Groups and power
REICHER and Haslam argue (‘Tyranny revisited’, March 2006) that
unlike Zimbardo they set up their ‘prison’ experiment without imposing
their expectations of behaviour onto the participants. Yet this is not
really the case. If you set up this situation with prison officers and
prisoners, aren’t these people probably aware of how they are expected
to behave even if they have not been instructed? And the lack of clear
instruction is still a form of instruction in that it is non-directive
People look for cues as to how to behave, and in a vacuum will try to form their own ‘laws’. But it is hard to get consensus, it is hard to run a democratic process when everyone has a continuing say – usually things harden into accepted practice. In Reicher and Haslam’s study a more hardline approach was going to be taken because ‘being soft’ just had not worked. So in the future (if this was a real situation) any call for a softer approach would be answered with ‘But look what happened back in ’65 when we took that line – it was a disaster’.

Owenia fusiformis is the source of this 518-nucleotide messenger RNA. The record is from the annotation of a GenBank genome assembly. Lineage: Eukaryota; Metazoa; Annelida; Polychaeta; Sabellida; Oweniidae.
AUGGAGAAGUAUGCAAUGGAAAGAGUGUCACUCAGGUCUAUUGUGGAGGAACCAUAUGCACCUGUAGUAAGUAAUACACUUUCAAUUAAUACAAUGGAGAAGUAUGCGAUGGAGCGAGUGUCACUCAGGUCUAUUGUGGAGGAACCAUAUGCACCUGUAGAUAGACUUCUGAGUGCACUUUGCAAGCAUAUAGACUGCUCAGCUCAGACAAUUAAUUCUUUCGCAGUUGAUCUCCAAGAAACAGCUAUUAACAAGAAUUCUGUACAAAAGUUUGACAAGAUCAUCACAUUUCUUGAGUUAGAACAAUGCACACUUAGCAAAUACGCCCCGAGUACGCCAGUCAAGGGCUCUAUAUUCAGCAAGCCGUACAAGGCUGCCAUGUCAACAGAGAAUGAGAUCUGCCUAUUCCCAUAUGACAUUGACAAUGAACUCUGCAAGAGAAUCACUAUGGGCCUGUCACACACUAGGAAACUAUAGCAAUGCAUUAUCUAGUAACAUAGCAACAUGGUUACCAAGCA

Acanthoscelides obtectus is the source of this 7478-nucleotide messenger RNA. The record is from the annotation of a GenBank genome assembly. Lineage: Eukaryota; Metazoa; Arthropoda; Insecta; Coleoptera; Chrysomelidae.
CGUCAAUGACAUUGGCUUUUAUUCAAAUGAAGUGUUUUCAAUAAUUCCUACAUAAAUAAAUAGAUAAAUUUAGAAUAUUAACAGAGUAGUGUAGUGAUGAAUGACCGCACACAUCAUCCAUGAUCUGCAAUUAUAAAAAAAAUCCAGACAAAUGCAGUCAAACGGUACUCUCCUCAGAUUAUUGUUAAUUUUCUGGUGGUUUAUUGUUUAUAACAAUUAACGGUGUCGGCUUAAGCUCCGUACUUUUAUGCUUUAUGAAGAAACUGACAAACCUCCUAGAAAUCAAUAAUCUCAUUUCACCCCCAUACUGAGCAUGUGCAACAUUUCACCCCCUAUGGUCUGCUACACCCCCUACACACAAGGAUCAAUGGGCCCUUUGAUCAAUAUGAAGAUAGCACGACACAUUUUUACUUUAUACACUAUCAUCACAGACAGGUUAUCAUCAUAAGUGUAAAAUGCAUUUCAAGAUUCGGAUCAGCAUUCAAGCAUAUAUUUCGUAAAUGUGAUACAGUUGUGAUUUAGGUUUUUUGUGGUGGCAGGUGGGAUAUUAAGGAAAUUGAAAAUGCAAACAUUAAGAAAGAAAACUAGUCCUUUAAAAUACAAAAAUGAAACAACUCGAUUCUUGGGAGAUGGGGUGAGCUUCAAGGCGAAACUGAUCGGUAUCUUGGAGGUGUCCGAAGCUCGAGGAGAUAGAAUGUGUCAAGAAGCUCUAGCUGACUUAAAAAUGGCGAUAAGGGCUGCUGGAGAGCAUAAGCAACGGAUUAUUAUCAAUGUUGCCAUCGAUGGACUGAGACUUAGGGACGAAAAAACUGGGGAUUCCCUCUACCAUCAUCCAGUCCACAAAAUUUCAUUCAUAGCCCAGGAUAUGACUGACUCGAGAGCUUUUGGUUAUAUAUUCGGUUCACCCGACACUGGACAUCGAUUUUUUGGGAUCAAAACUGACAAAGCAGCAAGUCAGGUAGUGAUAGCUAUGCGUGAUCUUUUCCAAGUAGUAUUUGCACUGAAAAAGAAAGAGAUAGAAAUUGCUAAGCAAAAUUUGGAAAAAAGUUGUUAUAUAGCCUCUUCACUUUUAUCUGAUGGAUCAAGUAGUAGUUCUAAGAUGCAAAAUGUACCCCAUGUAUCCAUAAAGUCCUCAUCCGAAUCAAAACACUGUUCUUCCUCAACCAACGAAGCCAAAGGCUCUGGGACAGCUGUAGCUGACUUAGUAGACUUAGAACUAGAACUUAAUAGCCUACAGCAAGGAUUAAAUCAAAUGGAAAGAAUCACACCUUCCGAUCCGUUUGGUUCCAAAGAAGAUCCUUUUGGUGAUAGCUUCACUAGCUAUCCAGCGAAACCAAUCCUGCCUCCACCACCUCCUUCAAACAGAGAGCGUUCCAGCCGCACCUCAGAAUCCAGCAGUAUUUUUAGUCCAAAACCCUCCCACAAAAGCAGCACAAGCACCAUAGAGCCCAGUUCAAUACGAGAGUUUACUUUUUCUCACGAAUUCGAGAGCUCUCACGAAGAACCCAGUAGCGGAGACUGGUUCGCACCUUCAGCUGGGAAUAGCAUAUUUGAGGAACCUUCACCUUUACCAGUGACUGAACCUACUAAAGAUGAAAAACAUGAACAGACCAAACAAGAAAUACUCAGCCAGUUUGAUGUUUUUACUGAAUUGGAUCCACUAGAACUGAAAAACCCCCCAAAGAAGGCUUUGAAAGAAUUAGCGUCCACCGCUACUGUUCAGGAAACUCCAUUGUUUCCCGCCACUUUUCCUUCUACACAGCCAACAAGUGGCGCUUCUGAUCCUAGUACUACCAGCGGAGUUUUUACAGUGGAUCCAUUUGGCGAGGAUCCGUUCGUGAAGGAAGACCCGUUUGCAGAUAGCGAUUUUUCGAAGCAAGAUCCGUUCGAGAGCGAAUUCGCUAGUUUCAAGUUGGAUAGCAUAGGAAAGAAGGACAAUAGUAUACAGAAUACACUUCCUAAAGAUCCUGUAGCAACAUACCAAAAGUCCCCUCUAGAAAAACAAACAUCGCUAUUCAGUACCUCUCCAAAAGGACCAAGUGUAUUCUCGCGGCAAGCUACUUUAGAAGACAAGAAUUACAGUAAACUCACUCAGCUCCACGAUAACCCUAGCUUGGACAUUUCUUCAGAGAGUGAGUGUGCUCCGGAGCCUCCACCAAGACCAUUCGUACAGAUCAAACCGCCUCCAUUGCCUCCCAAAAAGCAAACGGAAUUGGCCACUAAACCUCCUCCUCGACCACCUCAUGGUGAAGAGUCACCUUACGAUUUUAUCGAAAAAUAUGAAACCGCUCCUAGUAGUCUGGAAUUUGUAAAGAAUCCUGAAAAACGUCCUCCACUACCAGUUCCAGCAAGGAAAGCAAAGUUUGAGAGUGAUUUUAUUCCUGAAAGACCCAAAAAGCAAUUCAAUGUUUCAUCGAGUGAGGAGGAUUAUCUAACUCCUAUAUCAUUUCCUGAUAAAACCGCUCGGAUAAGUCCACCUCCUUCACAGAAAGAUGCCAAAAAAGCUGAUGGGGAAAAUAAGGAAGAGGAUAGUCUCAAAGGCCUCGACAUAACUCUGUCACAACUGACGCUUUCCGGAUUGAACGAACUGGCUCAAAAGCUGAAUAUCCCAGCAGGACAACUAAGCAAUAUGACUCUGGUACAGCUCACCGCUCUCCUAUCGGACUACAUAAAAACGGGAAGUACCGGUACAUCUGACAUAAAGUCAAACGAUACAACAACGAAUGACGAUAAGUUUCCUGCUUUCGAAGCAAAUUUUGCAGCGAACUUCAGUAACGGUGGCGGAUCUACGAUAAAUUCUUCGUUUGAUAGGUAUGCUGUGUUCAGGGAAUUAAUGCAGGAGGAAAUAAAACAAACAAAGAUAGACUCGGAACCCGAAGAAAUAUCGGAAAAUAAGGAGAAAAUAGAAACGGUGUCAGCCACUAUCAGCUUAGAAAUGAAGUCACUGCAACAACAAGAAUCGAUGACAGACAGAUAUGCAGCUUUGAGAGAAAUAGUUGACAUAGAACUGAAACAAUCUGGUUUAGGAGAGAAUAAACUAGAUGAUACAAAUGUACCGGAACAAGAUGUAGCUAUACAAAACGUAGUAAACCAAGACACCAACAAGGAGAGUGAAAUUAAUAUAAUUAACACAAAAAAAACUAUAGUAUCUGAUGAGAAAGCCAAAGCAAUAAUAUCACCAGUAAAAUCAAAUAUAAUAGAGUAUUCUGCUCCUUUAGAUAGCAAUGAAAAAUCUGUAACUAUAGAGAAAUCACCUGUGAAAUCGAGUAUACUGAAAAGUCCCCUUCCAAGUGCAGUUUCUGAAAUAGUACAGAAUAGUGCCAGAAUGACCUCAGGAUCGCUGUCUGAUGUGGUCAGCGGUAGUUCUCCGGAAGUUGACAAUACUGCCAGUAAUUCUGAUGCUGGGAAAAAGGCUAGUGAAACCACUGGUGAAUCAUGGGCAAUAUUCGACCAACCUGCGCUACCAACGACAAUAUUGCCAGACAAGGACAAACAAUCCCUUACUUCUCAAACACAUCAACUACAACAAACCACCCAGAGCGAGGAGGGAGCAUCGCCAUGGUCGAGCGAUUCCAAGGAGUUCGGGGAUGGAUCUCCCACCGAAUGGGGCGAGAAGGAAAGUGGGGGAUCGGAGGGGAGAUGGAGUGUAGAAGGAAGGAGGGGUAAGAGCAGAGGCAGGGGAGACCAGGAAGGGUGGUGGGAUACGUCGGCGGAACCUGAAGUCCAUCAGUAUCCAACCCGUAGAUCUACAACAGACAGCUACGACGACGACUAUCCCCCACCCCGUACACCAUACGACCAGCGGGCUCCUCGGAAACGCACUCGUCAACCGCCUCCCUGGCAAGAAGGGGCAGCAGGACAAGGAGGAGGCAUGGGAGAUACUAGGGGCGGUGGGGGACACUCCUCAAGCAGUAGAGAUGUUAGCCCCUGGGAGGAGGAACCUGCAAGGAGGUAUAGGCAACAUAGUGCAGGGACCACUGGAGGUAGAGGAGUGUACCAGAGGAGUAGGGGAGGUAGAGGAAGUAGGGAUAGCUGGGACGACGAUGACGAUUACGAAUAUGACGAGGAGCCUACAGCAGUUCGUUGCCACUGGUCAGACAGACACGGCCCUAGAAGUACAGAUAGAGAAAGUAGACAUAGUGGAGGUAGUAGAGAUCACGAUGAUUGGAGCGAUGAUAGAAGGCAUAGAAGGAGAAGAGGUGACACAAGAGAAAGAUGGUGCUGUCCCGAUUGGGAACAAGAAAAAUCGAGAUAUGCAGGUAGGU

So from an initial position of everyone thinking for themselves, something happens that makes a group decision necessary. From then on all individual thinking in constrained by this group consensus. In this case, instead of balancing power, the prison officers group decided, out of fear or frustration, to take away the prisoners’ own sense of power to make themselves feel better. How often does that happen in reality? Look at men and women, look at minority groups of all kinds.